U.S. Equal Employment Opportunity Commission
Female Guard Sexually Harassed then Discharged for Complaining, Federal Agency Says
CHARLOTTE , N.C. – Securitas Security Services, USA, Inc., (“Securitas”), a uniformed security and patrol services violated federal law by subjecting a female employee to a sexually hostile work environment and then discharging her after she complained, the U.S. Equal Employment Opportunity Commission ("EEOC") charged in a lawsuit filed today. Securitas employs over 260,000 people in 40 countries.
According to the EEOC’s lawsuit, Sheilandra Walker, who worked as a security guard at a Securitas client facility, was subjected to sexual harassment from February 28, 2008 until March 26, 2008 by two male guards; one of whom was her supervisor. The suit alleges that the two subjected Walker to unwelcome sexual comments, gestures and sexual touching. One of the guards (the Site Supervisor), told Walker that he had been alone for many years and loved to have sex, but needed a girlfriend. He asked Walker to help him find a girlfriend with large breasts. The Site Supervisor also talked about the size of Walker's breasts; asked the size of Walker's bra; and told her that he had not had sex since his wife died. These comments and others were made on a daily basis by the Site Supervisor.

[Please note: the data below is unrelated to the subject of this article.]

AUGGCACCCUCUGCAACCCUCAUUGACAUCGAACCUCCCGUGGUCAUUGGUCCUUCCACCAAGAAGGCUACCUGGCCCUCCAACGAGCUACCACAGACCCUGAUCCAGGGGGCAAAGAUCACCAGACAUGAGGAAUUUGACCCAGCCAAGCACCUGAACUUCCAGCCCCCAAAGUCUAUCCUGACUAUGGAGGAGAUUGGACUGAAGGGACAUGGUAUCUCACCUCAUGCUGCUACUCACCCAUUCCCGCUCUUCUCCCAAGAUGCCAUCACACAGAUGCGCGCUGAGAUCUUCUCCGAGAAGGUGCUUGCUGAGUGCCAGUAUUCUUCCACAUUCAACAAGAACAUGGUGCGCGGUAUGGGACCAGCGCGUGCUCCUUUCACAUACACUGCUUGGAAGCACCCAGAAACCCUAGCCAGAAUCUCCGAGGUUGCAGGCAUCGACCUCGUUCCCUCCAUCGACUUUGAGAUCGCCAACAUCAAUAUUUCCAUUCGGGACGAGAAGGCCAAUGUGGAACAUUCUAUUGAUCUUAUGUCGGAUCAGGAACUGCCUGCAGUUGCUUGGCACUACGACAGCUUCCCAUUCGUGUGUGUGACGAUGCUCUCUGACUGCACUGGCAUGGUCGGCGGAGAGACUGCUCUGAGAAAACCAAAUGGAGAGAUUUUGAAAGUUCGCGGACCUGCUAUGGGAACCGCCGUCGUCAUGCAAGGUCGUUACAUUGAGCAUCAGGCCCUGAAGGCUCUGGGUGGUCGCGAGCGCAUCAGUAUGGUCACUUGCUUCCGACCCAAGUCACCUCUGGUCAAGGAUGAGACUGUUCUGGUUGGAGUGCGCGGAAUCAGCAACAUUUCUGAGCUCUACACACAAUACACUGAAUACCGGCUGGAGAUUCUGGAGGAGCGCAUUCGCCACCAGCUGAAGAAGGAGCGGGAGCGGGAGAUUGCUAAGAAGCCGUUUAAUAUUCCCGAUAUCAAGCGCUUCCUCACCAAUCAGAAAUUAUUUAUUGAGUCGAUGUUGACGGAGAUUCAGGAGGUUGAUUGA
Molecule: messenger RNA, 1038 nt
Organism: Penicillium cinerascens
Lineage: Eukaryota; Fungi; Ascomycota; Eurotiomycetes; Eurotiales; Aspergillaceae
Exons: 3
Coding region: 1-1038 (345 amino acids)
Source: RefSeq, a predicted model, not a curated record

The second guard was more explicit in his sexual harassment, the EEOC alleged. This security guard engaged in conduct such as licking his lips and grabbing his crotch while staring at Walker’s breasts; he would physically touch Walker by blocking the door of the guard shack when she tried to leave so that she had to brush up against him; on one occasion, he locked Walker in the guard shed while saying “mmm, mmm, mmm.” The suit further alleges that this Security Guard sent a highly obscene picture to Walker on her cell phone after retrieving her phone number from the job site. One day after Walker complained to the Branch Manager about the sexual harassment, she was discharged.
Sexual harassment is a form of sex discrimination that violates Title VII of the Civil Rights Act of 1964. Title VII also prohibits employers from retaliating against employees who complain about discrimination in the workplace. The EEOC filed suit in U.S. District Court for the Western District of North Carolina, Charlotte Division ( Equal Employment Opportunity Commission v. Securitas Security Services, USA, Inc. , Civil Action No. 3:10-cv-487) after first attempting to reach a voluntary settlement with Securitas. The agency seeks back pay for Walker as well as compensatory and punitive damages and injunctive relief.
“Employers must take prompt action in response to a sexual harassment complaint,” said Lynette A. Barnes, regional attorney of the EEOC’s Charlotte District Office. “Companies should have in place a policy that prohibits sexual harassment, as well as a procedure for victims and witnesses to report it, and for the employer to promptly respond and rectify it. The policy should be widely distributed so that employees are aware of these procedures and can report harassment without fear of reprisal. Discrimination in any form will not be tolerated by the EECC.”
The EEOC is responsible for enforcing federal laws against employment discrimination. Further information is available at www.eeoc.gov.